Posted by 2011fiesta on 21 November 2014 - 08:20 PM

Mine arrived at the dealer today, pics here:

http://www.fordowner...focus/?p=430267

And very smart it is too! Congrats :D 




#430344 2015 Focus Facelift (Mk 3.5) Unveiled

Posted by 2011fiesta on 21 November 2014 - 07:56 PM

Several vids up from Evan Halshaw.

Heres their Titanium X version:

 

 

 

The rest can be found at: https://www.youtube....alshawTV/videos

 




#428714 Your Fiesta

Posted by 2011fiesta on 15 November 2014 - 10:11 PM

My Fiesta, supporting Movember...

IMG_5466_zps5f5f0993.jpg

 

IMG_5470_zps705f1ea6.jpg

(Available from 'Mo My Ride': http://www.momyride.com)




#428640 New Car Ordered, Goodbye Focus... Hello New Mk3.5 Focus!

Posted by 2011fiesta on 15 November 2014 - 05:49 PM

Took some pics of a Zetec & Titanium I was checking out at the dealerships today.

 

See > http://www.fordowner...eiled/?p=428637




#428637 2015 Focus Facelift (Mk 3.5) Unveiled

Posted by 2011fiesta on 15 November 2014 - 05:41 PM

Well, I popped to a dealer or 3 today to check out the new Focus'..... 

 

(Titanium)

 

IMG_5452_zps5a396b2c.jpg

 

IMG_5451_zps4514b4f0.jpg

 

IMG_5447_zps4ac977b7.jpg

 

IMG_5448_zps17e2fcb2.jpg

 

IMG_5456_zps0612cd20.jpg

 

IMG_5443_zps7bb63296.jpg

 

IMG_5445_zps873ca621.jpg

 

IMG_5446_zps6d8ba8f2.jpg

 

IMG_5453_zpsc2477179.jpg

 

IMG_5454_zpsb1e4d3eb.jpg

 

IMG_5455_zps91e3de7b.jpg

 

IMG_5449_zps5506089f.jpg

 

IMG_5450_zps9a242bfd.jpg

 

 

(Zetec)

 

IMG_5437_zps6be12a37.jpg

 

IMG_5436_zpsff9ec071.jpg

 

IMG_5458_zpsd0332cb9.jpg

 

IMG_5440_zpsf6f355c8.jpg

 

IMG_5435_zps61786197.jpg

 

 

Paul  B)




#420154 Halloween

Posted by 2011fiesta on 17 October 2014 - 12:32 PM

Just watched Ford (US)'s little halloween prank they pulled at a car wash.

 

Ford UK/EU never seem do stuff and have fun like their American colleagues.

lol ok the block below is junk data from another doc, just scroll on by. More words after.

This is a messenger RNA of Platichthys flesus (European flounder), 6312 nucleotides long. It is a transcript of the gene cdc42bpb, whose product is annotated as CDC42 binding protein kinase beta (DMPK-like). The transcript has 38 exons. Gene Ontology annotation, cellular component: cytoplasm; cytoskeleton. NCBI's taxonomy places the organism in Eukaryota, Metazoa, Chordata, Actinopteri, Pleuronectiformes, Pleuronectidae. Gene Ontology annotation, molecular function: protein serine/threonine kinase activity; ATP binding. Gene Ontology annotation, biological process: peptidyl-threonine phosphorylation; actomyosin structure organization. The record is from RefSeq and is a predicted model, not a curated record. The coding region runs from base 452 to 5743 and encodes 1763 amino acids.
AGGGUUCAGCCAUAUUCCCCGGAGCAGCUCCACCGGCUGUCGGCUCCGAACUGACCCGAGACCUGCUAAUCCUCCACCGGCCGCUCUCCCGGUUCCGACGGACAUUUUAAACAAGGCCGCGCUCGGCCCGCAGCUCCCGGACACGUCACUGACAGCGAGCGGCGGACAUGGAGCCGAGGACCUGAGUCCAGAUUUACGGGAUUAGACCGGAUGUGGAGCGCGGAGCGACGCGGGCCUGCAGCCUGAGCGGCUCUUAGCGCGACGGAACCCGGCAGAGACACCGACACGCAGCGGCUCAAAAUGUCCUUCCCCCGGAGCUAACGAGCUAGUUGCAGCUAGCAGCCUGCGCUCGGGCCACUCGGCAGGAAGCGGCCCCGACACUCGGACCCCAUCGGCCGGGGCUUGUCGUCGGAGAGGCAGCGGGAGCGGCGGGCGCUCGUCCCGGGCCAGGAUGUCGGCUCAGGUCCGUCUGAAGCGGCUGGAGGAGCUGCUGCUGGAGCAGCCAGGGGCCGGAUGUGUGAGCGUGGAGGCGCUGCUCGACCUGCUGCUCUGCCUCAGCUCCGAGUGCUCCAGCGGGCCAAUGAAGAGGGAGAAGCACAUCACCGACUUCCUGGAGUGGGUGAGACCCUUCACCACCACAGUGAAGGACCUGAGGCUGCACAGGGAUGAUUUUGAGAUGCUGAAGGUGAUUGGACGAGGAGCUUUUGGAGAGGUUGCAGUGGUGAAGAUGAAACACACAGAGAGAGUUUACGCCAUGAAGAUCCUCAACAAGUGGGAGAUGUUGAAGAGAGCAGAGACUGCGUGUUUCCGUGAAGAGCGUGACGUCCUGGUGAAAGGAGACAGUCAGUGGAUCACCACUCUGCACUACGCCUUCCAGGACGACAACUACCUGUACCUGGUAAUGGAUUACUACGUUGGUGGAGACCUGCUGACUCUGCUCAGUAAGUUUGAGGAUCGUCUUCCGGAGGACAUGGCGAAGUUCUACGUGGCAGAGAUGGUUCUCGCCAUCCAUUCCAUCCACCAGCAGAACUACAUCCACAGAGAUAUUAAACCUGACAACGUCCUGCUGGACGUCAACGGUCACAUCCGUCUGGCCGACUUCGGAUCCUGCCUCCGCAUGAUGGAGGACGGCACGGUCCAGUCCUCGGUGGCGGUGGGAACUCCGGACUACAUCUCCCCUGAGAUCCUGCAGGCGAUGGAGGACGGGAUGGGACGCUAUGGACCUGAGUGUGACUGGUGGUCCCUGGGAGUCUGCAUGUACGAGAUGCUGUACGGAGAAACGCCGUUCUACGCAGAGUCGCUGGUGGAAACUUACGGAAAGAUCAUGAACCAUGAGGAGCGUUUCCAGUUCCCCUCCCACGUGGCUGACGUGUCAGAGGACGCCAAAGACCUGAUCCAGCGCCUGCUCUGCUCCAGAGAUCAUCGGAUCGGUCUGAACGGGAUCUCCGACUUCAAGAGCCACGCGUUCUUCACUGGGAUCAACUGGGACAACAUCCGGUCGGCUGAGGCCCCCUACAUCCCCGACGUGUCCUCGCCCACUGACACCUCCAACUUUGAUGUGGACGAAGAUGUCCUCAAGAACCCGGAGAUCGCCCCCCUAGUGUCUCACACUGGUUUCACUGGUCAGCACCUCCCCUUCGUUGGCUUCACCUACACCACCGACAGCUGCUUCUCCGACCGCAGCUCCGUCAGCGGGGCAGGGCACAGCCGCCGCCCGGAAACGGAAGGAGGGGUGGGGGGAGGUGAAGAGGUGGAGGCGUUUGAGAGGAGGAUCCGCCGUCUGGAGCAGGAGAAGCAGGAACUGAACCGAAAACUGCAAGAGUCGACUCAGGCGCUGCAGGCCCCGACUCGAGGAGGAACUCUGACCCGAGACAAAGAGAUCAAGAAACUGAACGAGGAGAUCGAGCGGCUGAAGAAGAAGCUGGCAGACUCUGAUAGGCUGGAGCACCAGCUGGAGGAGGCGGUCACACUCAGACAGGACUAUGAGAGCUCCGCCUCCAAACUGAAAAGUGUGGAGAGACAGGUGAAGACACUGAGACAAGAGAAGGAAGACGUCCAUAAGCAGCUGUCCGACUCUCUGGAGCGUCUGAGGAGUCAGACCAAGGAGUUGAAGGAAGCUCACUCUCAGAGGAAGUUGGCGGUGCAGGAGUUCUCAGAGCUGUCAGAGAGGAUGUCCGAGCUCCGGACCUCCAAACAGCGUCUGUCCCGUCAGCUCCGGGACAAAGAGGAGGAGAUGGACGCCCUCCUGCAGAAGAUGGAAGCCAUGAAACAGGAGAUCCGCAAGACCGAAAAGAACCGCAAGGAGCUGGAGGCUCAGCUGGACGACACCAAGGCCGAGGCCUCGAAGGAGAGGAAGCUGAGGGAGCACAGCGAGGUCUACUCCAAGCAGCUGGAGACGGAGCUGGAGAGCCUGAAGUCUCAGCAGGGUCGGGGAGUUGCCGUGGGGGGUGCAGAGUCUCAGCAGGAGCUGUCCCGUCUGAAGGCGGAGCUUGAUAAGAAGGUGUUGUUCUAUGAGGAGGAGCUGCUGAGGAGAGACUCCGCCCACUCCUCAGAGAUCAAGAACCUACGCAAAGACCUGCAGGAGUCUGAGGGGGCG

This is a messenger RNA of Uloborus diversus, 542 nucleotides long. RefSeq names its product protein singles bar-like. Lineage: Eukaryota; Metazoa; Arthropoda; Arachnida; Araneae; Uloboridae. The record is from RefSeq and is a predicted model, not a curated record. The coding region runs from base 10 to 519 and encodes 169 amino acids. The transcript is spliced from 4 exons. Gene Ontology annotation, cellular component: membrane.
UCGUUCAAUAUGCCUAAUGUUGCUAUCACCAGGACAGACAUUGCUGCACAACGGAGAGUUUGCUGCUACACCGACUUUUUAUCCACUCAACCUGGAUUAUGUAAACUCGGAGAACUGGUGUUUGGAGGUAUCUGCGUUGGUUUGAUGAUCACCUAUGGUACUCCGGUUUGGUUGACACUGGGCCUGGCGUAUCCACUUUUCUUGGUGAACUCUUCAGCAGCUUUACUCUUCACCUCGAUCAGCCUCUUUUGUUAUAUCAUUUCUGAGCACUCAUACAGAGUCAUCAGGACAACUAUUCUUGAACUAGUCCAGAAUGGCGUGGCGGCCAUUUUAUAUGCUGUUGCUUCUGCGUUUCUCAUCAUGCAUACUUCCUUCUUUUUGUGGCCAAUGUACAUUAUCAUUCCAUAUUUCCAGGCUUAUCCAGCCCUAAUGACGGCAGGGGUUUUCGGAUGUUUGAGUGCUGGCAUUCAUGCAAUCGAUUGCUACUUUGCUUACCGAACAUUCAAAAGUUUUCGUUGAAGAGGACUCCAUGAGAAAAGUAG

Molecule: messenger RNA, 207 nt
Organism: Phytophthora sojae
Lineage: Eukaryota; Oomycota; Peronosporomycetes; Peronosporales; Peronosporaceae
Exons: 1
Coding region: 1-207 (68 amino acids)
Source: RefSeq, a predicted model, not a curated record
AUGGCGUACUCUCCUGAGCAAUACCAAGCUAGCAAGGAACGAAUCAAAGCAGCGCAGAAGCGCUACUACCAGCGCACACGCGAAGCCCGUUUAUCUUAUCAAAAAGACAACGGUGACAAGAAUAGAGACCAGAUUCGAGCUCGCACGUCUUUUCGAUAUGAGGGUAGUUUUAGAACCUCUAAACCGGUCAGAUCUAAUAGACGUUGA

In the spirit of pranks, & Halloween approaching, heres a couple of funny public scare vids I've watched recently.

 

 

 

 

 




#419496 2015 Ford Mondeo

Posted by 2011fiesta on 15 October 2014 - 10:19 AM

Never understood why there's different names for the same thing lol, there's tomato and toe-may-toe but fusion and mondeo... Lol.

Never the less it looks sweet!

 

Yeah I know lol. Probably just because before Ford starting doing 'world' or 'one' Fords the vehicles were rarely the same on different continents so they wouldn't share names. 
Now they're the same vehicle worldwide US customers for example familiar with the 'Fusion' name could be put off getting another one if it was dropped and suddenly replaced with this new unheard of 'Mondeo' model that has no history to them.

 

I imagine if they renamed the UK's Mondeo to 'Fusion', people would be like, "What the hell, that tall boxy little city hatch we used to have is now this stunning family car!? And where's our Mondeo gone?"    - as lets face it the average non-Ford fan isn't going to know or care that the same vehicle is sold elsewhere but under a different name.

 

Same for the latest Kuga I guess. - In the US its called the 'Escape' because that was the name of the small crossover it replaced on the Ford US line up. And US buyers would find it odd if their Escape SUV was suddenly called a 'Kuga' - especially as nowadays hearing the word Kuga more often than not brings the thought of an older woman chasing younger men, than it does the wild cat COUGAR.  lol.




#408289 2015 Focus Facelift (Mk 3.5) Unveiled

Posted by 2011fiesta on 10 September 2014 - 07:30 PM

Top Gear's web review:

 

A new Ford Focus? But it looks like the old one!

 

image.jpg?OriginalImageUrl=%2Fuk%2Fasset

It's very similar, we'll give you that. The third generation Focus has been facelifted - neater headlights and the latest company grille - but there's no major step change. And with good reason: for the last two years, this has been the world's best selling car, and it's on course to take the title again in 2014.

If it ain't broke, don't fix it, and all that.